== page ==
I was over at Veda’s looking around since she came & commented on my blog last night & ran across this Now this is a subject near & dear to my heart. I am actually surprised how little interest people have in hearing what people who were homeschooled have to say about how it went for them. I mention it occasionally & almost no one has ever said to me ‘Really? How was that for you? Did you like it?’ I guess it’s easier to think about the whole thing in theory rather than in reality.
My mother was a big proponent of the unschooling type of homeschooling- in theory- in reality she was very controlling in a passive aggressive way. (not a good combination) I won’t get into all the unpleasantness that ensued over the years, though when she began homeschooling in 1978 the whole movement was in it’s infancy & for the first couple of years it was ok- I was only 10 after all & I did learn a lot from her in the beginning. As I got older though, things went rapidly downhill, I had been in ‘free schools’ before my mother began homeschooling & I know some people looked upon me as ‘ruined’ having been in school already rather than being purely homeschooled as my younger brother was. I also see now that being homeschooled was more about my mother’s need to ‘help’ my brother try to overcome his obsessive-compulsive tendencies rather than having anything to do with helping us become educated, well rounded people.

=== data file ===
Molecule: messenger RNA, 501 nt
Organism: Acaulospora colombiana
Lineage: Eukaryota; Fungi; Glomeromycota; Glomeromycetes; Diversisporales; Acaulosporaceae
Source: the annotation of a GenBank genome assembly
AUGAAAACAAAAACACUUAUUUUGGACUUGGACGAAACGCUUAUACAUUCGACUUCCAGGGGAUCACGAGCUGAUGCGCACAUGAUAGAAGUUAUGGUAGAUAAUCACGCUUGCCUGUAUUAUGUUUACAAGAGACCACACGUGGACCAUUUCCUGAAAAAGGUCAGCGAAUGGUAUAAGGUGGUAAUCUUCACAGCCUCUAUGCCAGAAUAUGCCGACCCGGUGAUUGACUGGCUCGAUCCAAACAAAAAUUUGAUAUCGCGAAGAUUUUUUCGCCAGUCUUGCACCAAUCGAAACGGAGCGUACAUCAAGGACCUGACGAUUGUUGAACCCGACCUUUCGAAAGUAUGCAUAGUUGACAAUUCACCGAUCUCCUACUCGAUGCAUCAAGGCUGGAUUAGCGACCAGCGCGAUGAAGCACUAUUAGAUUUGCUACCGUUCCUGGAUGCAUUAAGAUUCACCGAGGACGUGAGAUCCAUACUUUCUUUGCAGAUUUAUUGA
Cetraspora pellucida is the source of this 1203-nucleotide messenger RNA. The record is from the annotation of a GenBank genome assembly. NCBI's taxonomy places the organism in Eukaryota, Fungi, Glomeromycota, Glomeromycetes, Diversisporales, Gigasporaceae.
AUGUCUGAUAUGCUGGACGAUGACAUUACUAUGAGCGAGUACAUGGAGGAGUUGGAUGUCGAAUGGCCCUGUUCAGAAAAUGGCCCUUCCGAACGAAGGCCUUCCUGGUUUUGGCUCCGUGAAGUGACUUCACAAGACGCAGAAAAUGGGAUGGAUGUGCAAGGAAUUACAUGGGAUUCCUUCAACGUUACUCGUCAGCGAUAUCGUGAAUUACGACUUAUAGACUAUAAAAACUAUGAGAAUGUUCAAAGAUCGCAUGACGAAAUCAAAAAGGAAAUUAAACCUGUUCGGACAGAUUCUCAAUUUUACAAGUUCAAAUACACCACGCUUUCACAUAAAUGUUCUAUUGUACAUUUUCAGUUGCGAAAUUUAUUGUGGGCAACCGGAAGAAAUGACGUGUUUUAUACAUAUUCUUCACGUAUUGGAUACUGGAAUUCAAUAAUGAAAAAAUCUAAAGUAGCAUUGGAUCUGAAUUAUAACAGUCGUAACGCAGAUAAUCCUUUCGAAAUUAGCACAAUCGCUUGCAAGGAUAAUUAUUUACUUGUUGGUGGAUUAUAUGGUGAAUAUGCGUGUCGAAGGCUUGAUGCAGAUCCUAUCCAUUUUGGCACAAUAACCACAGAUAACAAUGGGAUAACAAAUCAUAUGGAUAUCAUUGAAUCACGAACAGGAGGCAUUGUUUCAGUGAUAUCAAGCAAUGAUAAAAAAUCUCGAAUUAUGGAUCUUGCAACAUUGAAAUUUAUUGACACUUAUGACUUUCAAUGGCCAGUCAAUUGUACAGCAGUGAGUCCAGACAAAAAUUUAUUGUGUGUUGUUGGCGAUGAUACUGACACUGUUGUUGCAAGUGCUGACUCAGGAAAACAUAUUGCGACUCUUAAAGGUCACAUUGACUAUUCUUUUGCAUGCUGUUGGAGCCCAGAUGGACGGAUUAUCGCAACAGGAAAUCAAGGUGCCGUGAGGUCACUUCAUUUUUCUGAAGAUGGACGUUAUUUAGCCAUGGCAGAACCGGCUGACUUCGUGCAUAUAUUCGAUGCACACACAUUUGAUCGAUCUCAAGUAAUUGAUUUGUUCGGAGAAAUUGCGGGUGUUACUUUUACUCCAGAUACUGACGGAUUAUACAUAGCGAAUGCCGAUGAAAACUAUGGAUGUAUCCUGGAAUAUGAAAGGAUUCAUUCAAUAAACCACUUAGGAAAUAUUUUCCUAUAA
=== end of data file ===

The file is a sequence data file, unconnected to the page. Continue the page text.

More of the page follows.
I will say that I would never homeschool my children & wouldn’t have done so when I was married either. The #1 reason is that old saw: Socialization. My family, on my mother’s side, is painfully shy. Just talking to someone they don’t know could bring my mother or grandmother to tears, one of my mother’s given reasons for homeschooling was to save me that & keep myself & my brother sheltered & control the environment that we met people in. (my brother was outgoing- so not really a problem for him either way) Not a good idea because it fed into my shyness & added to it. To this day my mother still says I’m 100 times more outgoing than she ever was but I can’t just strike up a conversation with a person I’m walking past in a store or at work. Case in point: the director of my call center is from Massachusetts too. He ends up walking into the call center at nearly the same time I do every morning & he always says hello to me, if we pass in the center during the day he always makes sure to say hello to me too. I can’t for the life of me bring myself to say anything more than hello to him. I know he knows I’m from the same area he is because we also have a general manager who’s mother lives in the town I grew up in in MA. & we have had some small discussion about this & he told me the director is aware I’m from the area too. (once again though, I know this about the GM only because my ex aunt in law used to work there & she had a conversation with him about this in front of me & drew me into it) I pretty much go out of my way to avoid face to face small talk. I excuse this in myself- to my kids also, in that I have to make small talk on the phone as part of my job & so am tired of doing so & don’t want to be in situations where I have to do so on my days off. (True but I know in my heart it’s an excuse, I just don’t want to talk to people face to face)